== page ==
Restaurants will respond to the pandemic as they already have—by cobbling together a variety of businesses, including delivery and curbside pickup, and selling specialty groceries. Even so, their outlook is dire. Colicchio told me that more than half of American restaurants may not reopen. “In my case, for at least two of my restaurants, most of the business comes through private parties and conferences,” he said. “For the foreseeable future, that’s gone.”
3. COVID-PROOF PUBLIC ENTERTAINMENT
On the evening of Tuesday, March 10, 61 singers gathered for choir practice just north of Seattle. It was a standard rehearsal, as members sang in close quarters, shared snacks, and stacked chairs together at the end of the two-and-a-half-hour session.
Five days later, the choir director sent an urgent email to the group. Several members had developed fevers, she said. The following Tuesday’s rehearsal was canceled. But by then, it was too late. Fifty-three of the 61 singers became ill, making for an “attack rate” of 87 percent. Three members of the choir were hospitalized. Two died.
The Washington choir represents the most aggressive outbreak I have come across, with an attack rate almost twice as high as the Korean call center. It had many features we’ve already established to be dangerous: an intimate crowd gathered in a small room, sharing air, food, and surfaces. But what if singing accelerated the transmission of the disease?
Read: How the pandemic will end
In a study subsequently published in the Centers for Disease Control and Prevention’s “Morbidity and Mortality Weekly Report,” researchers emphasized that “the act of singing, itself,” might have contributed to transmission, because choir members were belting out more of the virus. Some people—known as “superemitters”—release more particles into the air when they speak, because they are unusually loud or slobbery talkers. But even normal gabbers can release an exceptional number of droplets if they’re singing or theatrically projecting their voice.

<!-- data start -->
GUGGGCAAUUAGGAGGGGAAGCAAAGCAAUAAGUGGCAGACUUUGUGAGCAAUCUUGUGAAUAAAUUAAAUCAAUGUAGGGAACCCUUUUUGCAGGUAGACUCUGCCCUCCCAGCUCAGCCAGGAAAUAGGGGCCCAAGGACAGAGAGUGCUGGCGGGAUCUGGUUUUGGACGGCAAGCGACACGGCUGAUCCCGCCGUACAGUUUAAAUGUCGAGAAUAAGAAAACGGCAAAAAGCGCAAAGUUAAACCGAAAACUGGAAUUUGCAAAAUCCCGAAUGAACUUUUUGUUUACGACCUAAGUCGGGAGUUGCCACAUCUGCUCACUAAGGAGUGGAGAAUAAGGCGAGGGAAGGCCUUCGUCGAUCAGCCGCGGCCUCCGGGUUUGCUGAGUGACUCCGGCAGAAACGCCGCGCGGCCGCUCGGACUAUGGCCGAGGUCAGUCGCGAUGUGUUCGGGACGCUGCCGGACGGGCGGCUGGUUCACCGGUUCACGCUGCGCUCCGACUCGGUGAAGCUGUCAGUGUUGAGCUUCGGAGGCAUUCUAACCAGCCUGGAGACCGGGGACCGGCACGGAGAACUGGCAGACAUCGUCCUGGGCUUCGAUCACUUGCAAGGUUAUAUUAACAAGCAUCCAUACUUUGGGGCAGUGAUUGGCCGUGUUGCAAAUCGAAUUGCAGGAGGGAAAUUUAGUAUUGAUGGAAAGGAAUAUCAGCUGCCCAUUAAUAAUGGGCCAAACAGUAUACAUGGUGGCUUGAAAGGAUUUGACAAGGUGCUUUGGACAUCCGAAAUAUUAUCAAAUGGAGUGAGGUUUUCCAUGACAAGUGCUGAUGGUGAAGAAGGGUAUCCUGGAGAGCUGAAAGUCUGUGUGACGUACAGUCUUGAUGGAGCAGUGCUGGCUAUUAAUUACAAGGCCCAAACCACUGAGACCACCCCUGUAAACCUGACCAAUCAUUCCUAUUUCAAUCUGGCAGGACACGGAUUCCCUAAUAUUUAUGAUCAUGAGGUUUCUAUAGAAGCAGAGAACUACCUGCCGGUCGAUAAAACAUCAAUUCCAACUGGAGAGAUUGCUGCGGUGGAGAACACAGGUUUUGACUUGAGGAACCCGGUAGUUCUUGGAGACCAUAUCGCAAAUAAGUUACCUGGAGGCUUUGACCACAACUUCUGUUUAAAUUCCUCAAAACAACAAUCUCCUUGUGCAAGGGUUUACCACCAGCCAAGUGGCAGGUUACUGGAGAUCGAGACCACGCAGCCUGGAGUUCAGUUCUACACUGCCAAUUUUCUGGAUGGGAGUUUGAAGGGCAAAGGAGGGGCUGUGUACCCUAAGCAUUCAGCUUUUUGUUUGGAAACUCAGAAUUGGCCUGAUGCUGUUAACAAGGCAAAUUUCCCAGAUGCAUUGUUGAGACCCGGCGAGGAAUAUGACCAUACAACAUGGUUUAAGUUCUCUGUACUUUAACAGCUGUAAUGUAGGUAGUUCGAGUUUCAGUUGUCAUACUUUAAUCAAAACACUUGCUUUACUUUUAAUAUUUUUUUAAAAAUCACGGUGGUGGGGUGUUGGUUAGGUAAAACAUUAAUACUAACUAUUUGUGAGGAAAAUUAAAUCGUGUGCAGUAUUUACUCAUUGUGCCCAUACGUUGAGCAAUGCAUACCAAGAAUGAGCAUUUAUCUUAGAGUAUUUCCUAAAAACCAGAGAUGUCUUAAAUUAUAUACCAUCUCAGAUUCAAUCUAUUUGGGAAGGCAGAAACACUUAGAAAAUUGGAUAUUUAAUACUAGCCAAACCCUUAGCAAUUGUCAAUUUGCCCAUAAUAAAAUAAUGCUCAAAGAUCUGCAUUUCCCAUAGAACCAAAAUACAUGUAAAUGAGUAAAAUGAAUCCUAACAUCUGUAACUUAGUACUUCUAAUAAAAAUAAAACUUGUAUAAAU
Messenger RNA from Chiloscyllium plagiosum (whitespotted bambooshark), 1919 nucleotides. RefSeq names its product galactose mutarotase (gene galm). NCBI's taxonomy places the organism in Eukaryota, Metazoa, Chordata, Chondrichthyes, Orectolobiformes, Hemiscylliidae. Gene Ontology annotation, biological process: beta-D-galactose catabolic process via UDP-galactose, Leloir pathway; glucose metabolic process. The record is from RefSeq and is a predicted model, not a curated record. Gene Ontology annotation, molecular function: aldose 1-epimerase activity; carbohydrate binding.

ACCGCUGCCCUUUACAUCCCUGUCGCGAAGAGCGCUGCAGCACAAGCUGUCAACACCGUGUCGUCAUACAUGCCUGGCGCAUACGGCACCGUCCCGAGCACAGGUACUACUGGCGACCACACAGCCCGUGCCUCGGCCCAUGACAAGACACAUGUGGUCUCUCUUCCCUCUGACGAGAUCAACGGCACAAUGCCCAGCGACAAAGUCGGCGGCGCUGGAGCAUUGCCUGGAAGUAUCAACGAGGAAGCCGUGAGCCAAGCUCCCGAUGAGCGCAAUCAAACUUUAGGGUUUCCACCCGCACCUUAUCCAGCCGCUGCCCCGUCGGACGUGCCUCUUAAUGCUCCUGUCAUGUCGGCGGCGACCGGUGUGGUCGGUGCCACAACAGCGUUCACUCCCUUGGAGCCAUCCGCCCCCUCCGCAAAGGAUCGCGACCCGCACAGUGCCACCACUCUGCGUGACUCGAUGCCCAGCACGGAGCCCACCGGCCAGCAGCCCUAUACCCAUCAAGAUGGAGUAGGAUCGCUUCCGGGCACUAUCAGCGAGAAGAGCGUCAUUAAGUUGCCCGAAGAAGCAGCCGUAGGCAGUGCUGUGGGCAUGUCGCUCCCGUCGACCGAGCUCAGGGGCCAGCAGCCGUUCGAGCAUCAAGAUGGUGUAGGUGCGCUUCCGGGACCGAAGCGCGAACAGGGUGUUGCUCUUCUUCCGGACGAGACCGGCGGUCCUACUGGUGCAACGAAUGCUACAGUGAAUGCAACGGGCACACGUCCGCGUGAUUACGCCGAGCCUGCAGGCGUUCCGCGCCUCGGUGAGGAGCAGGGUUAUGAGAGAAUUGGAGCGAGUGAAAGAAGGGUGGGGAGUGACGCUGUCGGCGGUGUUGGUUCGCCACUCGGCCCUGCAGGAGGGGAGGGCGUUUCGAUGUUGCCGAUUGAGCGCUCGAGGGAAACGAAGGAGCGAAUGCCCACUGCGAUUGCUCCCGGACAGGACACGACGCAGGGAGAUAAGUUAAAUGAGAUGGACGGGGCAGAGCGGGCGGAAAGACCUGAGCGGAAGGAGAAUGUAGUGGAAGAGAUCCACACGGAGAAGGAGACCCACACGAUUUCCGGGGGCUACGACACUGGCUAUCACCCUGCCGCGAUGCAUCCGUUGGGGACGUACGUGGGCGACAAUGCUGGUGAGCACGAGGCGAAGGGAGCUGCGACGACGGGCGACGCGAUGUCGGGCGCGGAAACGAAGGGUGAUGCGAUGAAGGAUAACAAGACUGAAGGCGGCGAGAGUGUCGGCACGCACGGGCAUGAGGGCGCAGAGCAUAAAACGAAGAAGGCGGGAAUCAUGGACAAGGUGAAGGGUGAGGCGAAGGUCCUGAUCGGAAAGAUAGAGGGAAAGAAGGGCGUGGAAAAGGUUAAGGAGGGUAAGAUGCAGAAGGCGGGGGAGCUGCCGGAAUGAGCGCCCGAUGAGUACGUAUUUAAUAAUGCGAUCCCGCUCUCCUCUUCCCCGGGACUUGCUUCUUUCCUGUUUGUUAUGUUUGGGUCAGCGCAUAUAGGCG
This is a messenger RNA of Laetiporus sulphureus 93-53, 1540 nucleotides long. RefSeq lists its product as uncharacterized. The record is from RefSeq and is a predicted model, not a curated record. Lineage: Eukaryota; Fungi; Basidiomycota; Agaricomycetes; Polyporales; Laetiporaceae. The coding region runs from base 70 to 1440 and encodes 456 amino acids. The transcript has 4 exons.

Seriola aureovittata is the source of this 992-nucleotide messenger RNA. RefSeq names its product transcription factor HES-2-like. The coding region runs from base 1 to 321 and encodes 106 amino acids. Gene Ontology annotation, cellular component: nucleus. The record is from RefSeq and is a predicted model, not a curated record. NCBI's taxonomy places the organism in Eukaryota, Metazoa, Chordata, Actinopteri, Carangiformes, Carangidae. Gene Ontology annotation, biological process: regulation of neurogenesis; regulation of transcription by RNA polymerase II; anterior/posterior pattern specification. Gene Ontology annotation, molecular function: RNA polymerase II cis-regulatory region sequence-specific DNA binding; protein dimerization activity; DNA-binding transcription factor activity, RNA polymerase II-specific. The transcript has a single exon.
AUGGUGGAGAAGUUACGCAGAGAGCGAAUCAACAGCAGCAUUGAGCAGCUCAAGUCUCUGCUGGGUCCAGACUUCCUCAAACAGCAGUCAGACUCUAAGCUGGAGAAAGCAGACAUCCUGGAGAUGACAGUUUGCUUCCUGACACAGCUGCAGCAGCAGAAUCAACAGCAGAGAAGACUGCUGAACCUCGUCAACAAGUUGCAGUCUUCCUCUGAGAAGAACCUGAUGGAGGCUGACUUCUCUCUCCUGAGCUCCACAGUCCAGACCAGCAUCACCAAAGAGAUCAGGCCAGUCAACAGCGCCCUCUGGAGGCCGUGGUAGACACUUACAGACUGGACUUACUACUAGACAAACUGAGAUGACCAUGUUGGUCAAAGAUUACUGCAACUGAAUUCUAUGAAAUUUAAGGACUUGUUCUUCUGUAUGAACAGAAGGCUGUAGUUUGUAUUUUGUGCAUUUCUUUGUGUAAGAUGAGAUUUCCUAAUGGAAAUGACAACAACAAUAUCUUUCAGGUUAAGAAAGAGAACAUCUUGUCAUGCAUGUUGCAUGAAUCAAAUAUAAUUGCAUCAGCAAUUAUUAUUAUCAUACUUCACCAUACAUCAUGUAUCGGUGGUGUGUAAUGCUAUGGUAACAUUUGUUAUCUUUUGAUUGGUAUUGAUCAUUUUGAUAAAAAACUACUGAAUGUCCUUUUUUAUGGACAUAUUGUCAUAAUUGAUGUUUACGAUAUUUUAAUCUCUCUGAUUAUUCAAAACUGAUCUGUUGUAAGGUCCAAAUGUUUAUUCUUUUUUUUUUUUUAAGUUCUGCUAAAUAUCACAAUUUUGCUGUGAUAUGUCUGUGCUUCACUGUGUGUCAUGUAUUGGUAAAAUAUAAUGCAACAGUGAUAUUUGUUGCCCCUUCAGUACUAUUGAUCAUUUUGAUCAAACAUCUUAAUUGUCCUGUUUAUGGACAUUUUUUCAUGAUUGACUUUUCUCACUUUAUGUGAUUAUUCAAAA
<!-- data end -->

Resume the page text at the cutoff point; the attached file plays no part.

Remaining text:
Many super-spreader events have been ceremonies that involve group prayers and exclamations, such as religious gatherings. On February 16, a 61-year-old Korean woman with COVID-19 triggered hundreds of infections when she prayed with 1,000 worshippers in a large windowless church in Daegu, South Korea. (To this day, more than 60 percent of Korea’s COVID-19 cases are in Daegu.) Two days later, in France, several hundred Christian worshippers from around the world packed into a dark auditorium in the small town of Mulhouse for an annual festival. French authorities have since linked more than 2,000 global cases to this one meeting, including cases in French Guyana, Corsica, Burkina Faso, and Switzerland.
These stories, combined with the science of large-droplet and airborne transmission, suggest that social distancing isn’t enough: We need saliva control too. Other countries are doing so, already. Germany has reportedly banned singing at religious services, and South Korea has prohibited spitting in its professional baseball league.